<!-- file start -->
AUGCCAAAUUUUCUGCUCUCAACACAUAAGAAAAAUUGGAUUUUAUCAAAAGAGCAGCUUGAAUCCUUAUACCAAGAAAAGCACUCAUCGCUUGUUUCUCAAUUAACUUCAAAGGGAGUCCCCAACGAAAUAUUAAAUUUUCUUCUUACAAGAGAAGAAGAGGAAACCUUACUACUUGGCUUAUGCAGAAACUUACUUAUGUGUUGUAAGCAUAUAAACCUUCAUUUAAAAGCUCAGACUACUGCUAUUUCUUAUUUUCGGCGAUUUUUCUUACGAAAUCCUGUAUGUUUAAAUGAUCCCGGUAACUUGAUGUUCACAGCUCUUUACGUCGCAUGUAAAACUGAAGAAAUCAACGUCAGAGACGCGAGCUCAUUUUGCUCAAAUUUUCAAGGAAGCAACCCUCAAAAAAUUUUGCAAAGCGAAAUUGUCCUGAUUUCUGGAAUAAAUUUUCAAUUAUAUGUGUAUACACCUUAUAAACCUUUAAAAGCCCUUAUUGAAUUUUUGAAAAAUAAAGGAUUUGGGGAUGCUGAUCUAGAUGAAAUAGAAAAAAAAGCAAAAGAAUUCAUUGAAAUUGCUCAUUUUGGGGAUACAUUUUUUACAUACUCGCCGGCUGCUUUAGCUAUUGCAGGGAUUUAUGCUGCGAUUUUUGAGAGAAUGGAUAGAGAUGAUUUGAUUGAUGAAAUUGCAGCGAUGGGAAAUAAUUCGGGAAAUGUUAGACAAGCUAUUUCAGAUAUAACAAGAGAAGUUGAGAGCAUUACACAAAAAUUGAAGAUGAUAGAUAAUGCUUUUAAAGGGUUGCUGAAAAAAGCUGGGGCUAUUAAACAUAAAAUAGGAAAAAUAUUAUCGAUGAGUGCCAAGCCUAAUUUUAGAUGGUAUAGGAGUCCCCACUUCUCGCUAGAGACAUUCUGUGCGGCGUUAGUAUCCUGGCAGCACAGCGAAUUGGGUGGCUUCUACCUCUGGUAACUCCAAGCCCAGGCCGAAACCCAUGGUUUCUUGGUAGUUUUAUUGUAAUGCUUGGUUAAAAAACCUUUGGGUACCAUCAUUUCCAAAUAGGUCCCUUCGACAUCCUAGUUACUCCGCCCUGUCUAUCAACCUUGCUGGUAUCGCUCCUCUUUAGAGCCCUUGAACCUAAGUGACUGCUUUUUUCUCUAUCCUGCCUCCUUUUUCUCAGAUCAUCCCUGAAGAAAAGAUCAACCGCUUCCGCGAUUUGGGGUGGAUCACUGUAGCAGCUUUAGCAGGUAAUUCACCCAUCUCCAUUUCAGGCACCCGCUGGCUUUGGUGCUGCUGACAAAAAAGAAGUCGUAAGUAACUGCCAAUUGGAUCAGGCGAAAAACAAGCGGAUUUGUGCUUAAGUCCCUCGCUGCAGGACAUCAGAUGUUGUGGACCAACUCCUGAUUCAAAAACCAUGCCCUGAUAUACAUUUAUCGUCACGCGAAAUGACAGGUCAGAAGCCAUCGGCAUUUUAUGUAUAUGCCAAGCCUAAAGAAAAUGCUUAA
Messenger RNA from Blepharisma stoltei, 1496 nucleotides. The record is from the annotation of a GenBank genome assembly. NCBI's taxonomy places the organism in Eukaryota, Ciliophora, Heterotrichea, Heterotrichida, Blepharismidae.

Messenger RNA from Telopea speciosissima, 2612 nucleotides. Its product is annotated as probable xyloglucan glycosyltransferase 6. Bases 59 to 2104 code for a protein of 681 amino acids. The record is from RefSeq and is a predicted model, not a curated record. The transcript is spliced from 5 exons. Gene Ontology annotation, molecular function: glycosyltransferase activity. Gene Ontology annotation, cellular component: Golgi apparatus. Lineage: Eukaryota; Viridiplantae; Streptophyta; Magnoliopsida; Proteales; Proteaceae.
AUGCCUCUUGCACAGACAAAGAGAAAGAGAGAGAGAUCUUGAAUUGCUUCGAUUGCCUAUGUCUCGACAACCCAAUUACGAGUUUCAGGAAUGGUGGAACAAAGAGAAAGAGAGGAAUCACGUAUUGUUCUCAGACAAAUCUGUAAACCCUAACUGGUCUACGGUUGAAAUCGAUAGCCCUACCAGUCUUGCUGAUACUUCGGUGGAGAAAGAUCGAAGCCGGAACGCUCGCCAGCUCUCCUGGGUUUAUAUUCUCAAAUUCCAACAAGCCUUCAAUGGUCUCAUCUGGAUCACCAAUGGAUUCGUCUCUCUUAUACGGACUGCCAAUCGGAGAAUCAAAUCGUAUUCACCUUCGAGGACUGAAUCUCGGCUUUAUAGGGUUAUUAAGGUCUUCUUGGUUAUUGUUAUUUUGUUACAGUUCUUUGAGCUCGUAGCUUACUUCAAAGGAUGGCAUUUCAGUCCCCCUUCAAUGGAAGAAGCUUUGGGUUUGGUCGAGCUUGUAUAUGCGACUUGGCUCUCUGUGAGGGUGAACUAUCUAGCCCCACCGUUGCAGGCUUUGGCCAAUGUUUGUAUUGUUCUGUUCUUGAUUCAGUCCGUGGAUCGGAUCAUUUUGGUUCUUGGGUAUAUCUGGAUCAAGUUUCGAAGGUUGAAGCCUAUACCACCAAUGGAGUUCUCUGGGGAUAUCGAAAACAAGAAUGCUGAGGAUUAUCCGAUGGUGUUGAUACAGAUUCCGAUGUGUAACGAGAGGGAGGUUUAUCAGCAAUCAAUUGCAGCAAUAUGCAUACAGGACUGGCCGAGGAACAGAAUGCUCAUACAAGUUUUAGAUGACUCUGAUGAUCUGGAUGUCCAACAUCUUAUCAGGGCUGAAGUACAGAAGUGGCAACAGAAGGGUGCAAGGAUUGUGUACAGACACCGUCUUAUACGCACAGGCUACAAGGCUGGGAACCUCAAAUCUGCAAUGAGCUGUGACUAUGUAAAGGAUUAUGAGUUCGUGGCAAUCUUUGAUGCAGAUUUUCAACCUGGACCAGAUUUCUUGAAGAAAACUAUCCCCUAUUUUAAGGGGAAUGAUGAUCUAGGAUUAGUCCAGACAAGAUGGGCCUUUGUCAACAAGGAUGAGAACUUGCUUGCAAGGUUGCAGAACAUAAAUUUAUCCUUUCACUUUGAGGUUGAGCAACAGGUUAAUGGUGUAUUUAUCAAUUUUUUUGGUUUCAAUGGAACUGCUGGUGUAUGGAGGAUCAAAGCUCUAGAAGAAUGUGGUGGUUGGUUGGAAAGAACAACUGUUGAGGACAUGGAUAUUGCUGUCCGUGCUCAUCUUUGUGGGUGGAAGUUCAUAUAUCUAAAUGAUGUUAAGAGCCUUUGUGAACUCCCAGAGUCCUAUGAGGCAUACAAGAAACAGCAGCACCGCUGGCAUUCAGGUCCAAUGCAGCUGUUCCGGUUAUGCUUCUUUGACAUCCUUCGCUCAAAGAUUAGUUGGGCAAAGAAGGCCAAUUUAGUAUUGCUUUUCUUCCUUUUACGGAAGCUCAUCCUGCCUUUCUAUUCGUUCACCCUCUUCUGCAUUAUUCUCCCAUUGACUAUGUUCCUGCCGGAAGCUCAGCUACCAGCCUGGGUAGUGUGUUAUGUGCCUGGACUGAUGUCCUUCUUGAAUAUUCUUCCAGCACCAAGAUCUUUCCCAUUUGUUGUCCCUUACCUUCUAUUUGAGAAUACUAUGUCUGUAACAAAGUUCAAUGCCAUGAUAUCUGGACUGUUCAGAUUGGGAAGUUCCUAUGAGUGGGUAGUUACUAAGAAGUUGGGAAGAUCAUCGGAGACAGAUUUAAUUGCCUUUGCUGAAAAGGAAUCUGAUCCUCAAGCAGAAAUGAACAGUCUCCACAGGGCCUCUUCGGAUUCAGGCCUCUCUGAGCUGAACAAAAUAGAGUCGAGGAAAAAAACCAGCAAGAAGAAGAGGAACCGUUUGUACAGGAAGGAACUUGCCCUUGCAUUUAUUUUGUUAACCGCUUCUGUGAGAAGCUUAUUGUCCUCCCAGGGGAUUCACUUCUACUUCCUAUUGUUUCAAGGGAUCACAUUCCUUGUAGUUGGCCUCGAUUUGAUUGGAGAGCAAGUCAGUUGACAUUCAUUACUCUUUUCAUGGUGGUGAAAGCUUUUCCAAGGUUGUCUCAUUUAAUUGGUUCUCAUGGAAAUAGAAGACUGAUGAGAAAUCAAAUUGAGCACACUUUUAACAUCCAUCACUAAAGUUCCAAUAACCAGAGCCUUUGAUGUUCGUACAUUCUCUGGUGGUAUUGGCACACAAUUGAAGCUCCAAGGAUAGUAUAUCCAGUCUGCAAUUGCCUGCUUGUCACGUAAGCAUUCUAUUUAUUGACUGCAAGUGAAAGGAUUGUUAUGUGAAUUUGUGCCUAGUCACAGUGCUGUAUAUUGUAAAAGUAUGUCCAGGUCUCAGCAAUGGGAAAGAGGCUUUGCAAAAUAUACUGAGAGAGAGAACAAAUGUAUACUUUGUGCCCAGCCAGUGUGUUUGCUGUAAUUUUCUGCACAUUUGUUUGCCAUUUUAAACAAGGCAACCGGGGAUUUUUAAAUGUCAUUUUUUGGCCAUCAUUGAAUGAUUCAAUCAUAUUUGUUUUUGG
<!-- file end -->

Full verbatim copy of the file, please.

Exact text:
AUGCCAAAUUUUCUGCUCUCAACACAUAAGAAAAAUUGGAUUUUAUCAAAAGAGCAGCUUGAAUCCUUAUACCAAGAAAAGCACUCAUCGCUUGUUUCUCAAUUAACUUCAAAGGGAGUCCCCAACGAAAUAUUAAAUUUUCUUCUUACAAGAGAAGAAGAGGAAACCUUACUACUUGGCUUAUGCAGAAACUUACUUAUGUGUUGUAAGCAUAUAAACCUUCAUUUAAAAGCUCAGACUACUGCUAUUUCUUAUUUUCGGCGAUUUUUCUUACGAAAUCCUGUAUGUUUAAAUGAUCCCGGUAACUUGAUGUUCACAGCUCUUUACGUCGCAUGUAAAACUGAAGAAAUCAACGUCAGAGACGCGAGCUCAUUUUGCUCAAAUUUUCAAGGAAGCAACCCUCAAAAAAUUUUGCAAAGCGAAAUUGUCCUGAUUUCUGGAAUAAAUUUUCAAUUAUAUGUGUAUACACCUUAUAAACCUUUAAAAGCCCUUAUUGAAUUUUUGAAAAAUAAAGGAUUUGGGGAUGCUGAUCUAGAUGAAAUAGAAAAAAAAGCAAAAGAAUUCAUUGAAAUUGCUCAUUUUGGGGAUACAUUUUUUACAUACUCGCCGGCUGCUUUAGCUAUUGCAGGGAUUUAUGCUGCGAUUUUUGAGAGAAUGGAUAGAGAUGAUUUGAUUGAUGAAAUUGCAGCGAUGGGAAAUAAUUCGGGAAAUGUUAGACAAGCUAUUUCAGAUAUAACAAGAGAAGUUGAGAGCAUUACACAAAAAUUGAAGAUGAUAGAUAAUGCUUUUAAAGGGUUGCUGAAAAAAGCUGGGGCUAUUAAACAUAAAAUAGGAAAAAUAUUAUCGAUGAGUGCCAAGCCUAAUUUUAGAUGGUAUAGGAGUCCCCACUUCUCGCUAGAGACAUUCUGUGCGGCGUUAGUAUCCUGGCAGCACAGCGAAUUGGGUGGCUUCUACCUCUGGUAACUCCAAGCCCAGGCCGAAACCCAUGGUUUCUUGGUAGUUUUAUUGUAAUGCUUGGUUAAAAAACCUUUGGGUACCAUCAUUUCCAAAUAGGUCCCUUCGACAUCCUAGUUACUCCGCCCUGUCUAUCAACCUUGCUGGUAUCGCUCCUCUUUAGAGCCCUUGAACCUAAGUGACUGCUUUUUUCUCUAUCCUGCCUCCUUUUUCUCAGAUCAUCCCUGAAGAAAAGAUCAACCGCUUCCGCGAUUUGGGGUGGAUCACUGUAGCAGCUUUAGCAGGUAAUUCACCCAUCUCCAUUUCAGGCACCCGCUGGCUUUGGUGCUGCUGACAAAAAAGAAGUCGUAAGUAACUGCCAAUUGGAUCAGGCGAAAAACAAGCGGAUUUGUGCUUAAGUCCCUCGCUGCAGGACAUCAGAUGUUGUGGACCAACUCCUGAUUCAAAAACCAUGCCCUGAUAUACAUUUAUCGUCACGCGAAAUGACAGGUCAGAAGCCAUCGGCAUUUUAUGUAUAUGCCAAGCCUAAAGAAAAUGCUUAA
Messenger RNA from Blepharisma stoltei, 1496 nucleotides. The record is from the annotation of a GenBank genome assembly. NCBI's taxonomy places the organism in Eukaryota, Ciliophora, Heterotrichea, Heterotrichida, Blepharismidae.

Messenger RNA from Telopea speciosissima, 2612 nucleotides. Its product is annotated as probable xyloglucan glycosyltransferase 6. Bases 59 to 2104 code for a protein of 681 amino acids. The record is from RefSeq and is a predicted model, not a curated record. The transcript is spliced from 5 exons. Gene Ontology annotation, molecular function: glycosyltransferase activity. Gene Ontology annotation, cellular component: Golgi apparatus. Lineage: Eukaryota; Viridiplantae; Streptophyta; Magnoliopsida; Proteales; Proteaceae.
AUGCCUCUUGCACAGACAAAGAGAAAGAGAGAGAGAUCUUGAAUUGCUUCGAUUGCCUAUGUCUCGACAACCCAAUUACGAGUUUCAGGAAUGGUGGAACAAAGAGAAAGAGAGGAAUCACGUAUUGUUCUCAGACAAAUCUGUAAACCCUAACUGGUCUACGGUUGAAAUCGAUAGCCCUACCAGUCUUGCUGAUACUUCGGUGGAGAAAGAUCGAAGCCGGAACGCUCGCCAGCUCUCCUGGGUUUAUAUUCUCAAAUUCCAACAAGCCUUCAAUGGUCUCAUCUGGAUCACCAAUGGAUUCGUCUCUCUUAUACGGACUGCCAAUCGGAGAAUCAAAUCGUAUUCACCUUCGAGGACUGAAUCUCGGCUUUAUAGGGUUAUUAAGGUCUUCUUGGUUAUUGUUAUUUUGUUACAGUUCUUUGAGCUCGUAGCUUACUUCAAAGGAUGGCAUUUCAGUCCCCCUUCAAUGGAAGAAGCUUUGGGUUUGGUCGAGCUUGUAUAUGCGACUUGGCUCUCUGUGAGGGUGAACUAUCUAGCCCCACCGUUGCAGGCUUUGGCCAAUGUUUGUAUUGUUCUGUUCUUGAUUCAGUCCGUGGAUCGGAUCAUUUUGGUUCUUGGGUAUAUCUGGAUCAAGUUUCGAAGGUUGAAGCCUAUACCACCAAUGGAGUUCUCUGGGGAUAUCGAAAACAAGAAUGCUGAGGAUUAUCCGAUGGUGUUGAUACAGAUUCCGAUGUGUAACGAGAGGGAGGUUUAUCAGCAAUCAAUUGCAGCAAUAUGCAUACAGGACUGGCCGAGGAACAGAAUGCUCAUACAAGUUUUAGAUGACUCUGAUGAUCUGGAUGUCCAACAUCUUAUCAGGGCUGAAGUACAGAAGUGGCAACAGAAGGGUGCAAGGAUUGUGUACAGACACCGUCUUAUACGCACAGGCUACAAGGCUGGGAACCUCAAAUCUGCAAUGAGCUGUGACUAUGUAAAGGAUUAUGAGUUCGUGGCAAUCUUUGAUGCAGAUUUUCAACCUGGACCAGAUUUCUUGAAGAAAACUAUCCCCUAUUUUAAGGGGAAUGAUGAUCUAGGAUUAGUCCAGACAAGAUGGGCCUUUGUCAACAAGGAUGAGAACUUGCUUGCAAGGUUGCAGAACAUAAAUUUAUCCUUUCACUUUGAGGUUGAGCAACAGGUUAAUGGUGUAUUUAUCAAUUUUUUUGGUUUCAAUGGAACUGCUGGUGUAUGGAGGAUCAAAGCUCUAGAAGAAUGUGGUGGUUGGUUGGAAAGAACAACUGUUGAGGACAUGGAUAUUGCUGUCCGUGCUCAUCUUUGUGGGUGGAAGUUCAUAUAUCUAAAUGAUGUUAAGAGCCUUUGUGAACUCCCAGAGUCCUAUGAGGCAUACAAGAAACAGCAGCACCGCUGGCAUUCAGGUCCAAUGCAGCUGUUCCGGUUAUGCUUCUUUGACAUCCUUCGCUCAAAGAUUAGUUGGGCAAAGAAGGCCAAUUUAGUAUUGCUUUUCUUCCUUUUACGGAAGCUCAUCCUGCCUUUCUAUUCGUUCACCCUCUUCUGCAUUAUUCUCCCAUUGACUAUGUUCCUGCCGGAAGCUCAGCUACCAGCCUGGGUAGUGUGUUAUGUGCCUGGACUGAUGUCCUUCUUGAAUAUUCUUCCAGCACCAAGAUCUUUCCCAUUUGUUGUCCCUUACCUUCUAUUUGAGAAUACUAUGUCUGUAACAAAGUUCAAUGCCAUGAUAUCUGGACUGUUCAGAUUGGGAAGUUCCUAUGAGUGGGUAGUUACUAAGAAGUUGGGAAGAUCAUCGGAGACAGAUUUAAUUGCCUUUGCUGAAAAGGAAUCUGAUCCUCAAGCAGAAAUGAACAGUCUCCACAGGGCCUCUUCGGAUUCAGGCCUCUCUGAGCUGAACAAAAUAGAGUCGAGGAAAAAAACCAGCAAGAAGAAGAGGAACCGUUUGUACAGGAAGGAACUUGCCCUUGCAUUUAUUUUGUUAACCGCUUCUGUGAGAAGCUUAUUGUCCUCCCAGGGGAUUCACUUCUACUUCCUAUUGUUUCAAGGGAUCACAUUCCUUGUAGUUGGCCUCGAUUUGAUUGGAGAGCAAGUCAGUUGACAUUCAUUACUCUUUUCAUGGUGGUGAAAGCUUUUCCAAGGUUGUCUCAUUUAAUUGGUUCUCAUGGAAAUAGAAGACUGAUGAGAAAUCAAAUUGAGCACACUUUUAACAUCCAUCACUAAAGUUCCAAUAACCAGAGCCUUUGAUGUUCGUACAUUCUCUGGUGGUAUUGGCACACAAUUGAAGCUCCAAGGAUAGUAUAUCCAGUCUGCAAUUGCCUGCUUGUCACGUAAGCAUUCUAUUUAUUGACUGCAAGUGAAAGGAUUGUUAUGUGAAUUUGUGCCUAGUCACAGUGCUGUAUAUUGUAAAAGUAUGUCCAGGUCUCAGCAAUGGGAAAGAGGCUUUGCAAAAUAUACUGAGAGAGAGAACAAAUGUAUACUUUGUGCCCAGCCAGUGUGUUUGCUGUAAUUUUCUGCACAUUUGUUUGCCAUUUUAAACAAGGCAACCGGGGAUUUUUAAAUGUCAUUUUUUGGCCAUCAUUGAAUGAUUCAAUCAUAUUUGUUUUUGG